GregorHagedorn Thu 03-06-2004 14:25

Why has the name no publication? How am I supposed to find the original publication of the concept name? I guess most of the information that you would expect is delegated to a generalized relation method, whose type enumeration seems to be very short on the things the nomenclatural knowledge wants to express. I particularly miss (without doing detailed checking; just simulating a taxonomist trying to expert her or his data to the standard): Lectotypification (this acutally redefines the concept of the name), designation of epitype, validation, nomen novum, recombination, sanctioning (only fungi), anamorph/teleomorph relation (fungal terms, but same happens in animals with larval names). All this is from a botanical perspective.

You would have to provide quite extensive documentation to document how to make this expressable and retrievable using the relation.

Some of these are appropriately dealed with a concept relations, esp. lectotypification and designation of epitype. These are a bit a mix, since priority rules apply, but in essence they provide replacement concepts where the original concept is no longer operational. The fact that they have a higher nomenclatural status does not bother me that much. Similarly, it is fine with me to treat the original concept as a concept.

Other relations I think are much easier if you treat them as part of the name, as it is done in botanical usage.

"Genus species Author1 ex Author2" (validation) is identical with "Genus species Author2" (the first publication had to be validated, making the latter the true author), whereas

"Genus species Author1 in Author2" is identical with "Genus species Author1" (the publishing source may be added as a convenience, but can be omitted).

I fear that retrieving such knowledge from the general relations may be very complicated.

RobertKukla Thu 03-06-2004 16:09

I am correct in assuming your examples above are 4 different name entries in your proposed schema?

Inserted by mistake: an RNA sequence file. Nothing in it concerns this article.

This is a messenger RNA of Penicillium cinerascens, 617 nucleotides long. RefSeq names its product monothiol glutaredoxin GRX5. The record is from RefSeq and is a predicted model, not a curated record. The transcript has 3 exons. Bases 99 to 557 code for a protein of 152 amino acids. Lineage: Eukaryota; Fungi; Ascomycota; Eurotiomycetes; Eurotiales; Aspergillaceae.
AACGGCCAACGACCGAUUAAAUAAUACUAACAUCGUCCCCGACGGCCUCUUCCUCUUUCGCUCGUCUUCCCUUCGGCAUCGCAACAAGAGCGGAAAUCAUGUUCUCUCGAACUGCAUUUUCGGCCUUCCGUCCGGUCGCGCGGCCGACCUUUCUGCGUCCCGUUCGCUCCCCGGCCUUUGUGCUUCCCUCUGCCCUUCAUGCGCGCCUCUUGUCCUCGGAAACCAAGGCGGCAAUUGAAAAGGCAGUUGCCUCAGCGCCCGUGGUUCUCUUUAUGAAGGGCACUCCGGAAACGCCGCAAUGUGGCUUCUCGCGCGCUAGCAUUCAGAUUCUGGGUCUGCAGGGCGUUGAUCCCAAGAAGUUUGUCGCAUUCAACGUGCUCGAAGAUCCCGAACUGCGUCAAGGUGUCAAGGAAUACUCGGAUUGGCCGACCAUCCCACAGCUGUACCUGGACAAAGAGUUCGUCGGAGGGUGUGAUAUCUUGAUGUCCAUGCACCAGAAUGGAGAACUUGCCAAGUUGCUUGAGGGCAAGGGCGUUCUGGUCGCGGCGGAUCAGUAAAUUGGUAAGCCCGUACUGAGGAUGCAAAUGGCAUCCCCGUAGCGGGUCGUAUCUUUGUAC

GregorHagedorn Thu 03-06-2004 17:29 No, with nomenclatural knowledge you know the identity of the two pairs. You have 4 namevariant strings, but only two names. I have to know about the two publications in the ex case (which would be two different concepts in Napier with a relationship between them, however). Nothing makes the figuring out impossible in the relation model, my point is am missing the ability to express the identity if you don't provide name identifiers. I am expressing a relationship between names here, not concepts.

If 100 publications circumscribe "Genus species Author1 ex Author2", each can be cited using both name variants.

I believe in the Napier model I would have to express that knowledge for each of the 100 concepts, rather than expressing it once.

RobertKukla Thu 03-06-2004 16:09

In most data sources I have seen "in" and "ex" authors are part of the name string and not parsed out in to separate fields. If such reasoning is required, why could it not be done on the fields of the name of the original concept?

GregorHagedorn Thu 03-06-2004 17:29

I agree and I use a parser to do this. Some database like the DiversityWorkbench?? separates these author parts out, others don't.

However, I would like to store that knowledge that I have figured out the correct name object. That would allow me to go directly to GenBank?? based on a shared name id, rather than downloading ALL their names (which is impossible in fact since not supported...), then parsing/comparing them to find the answer.


let's make this a use case: How does the Napier model propose to interact with Genbank?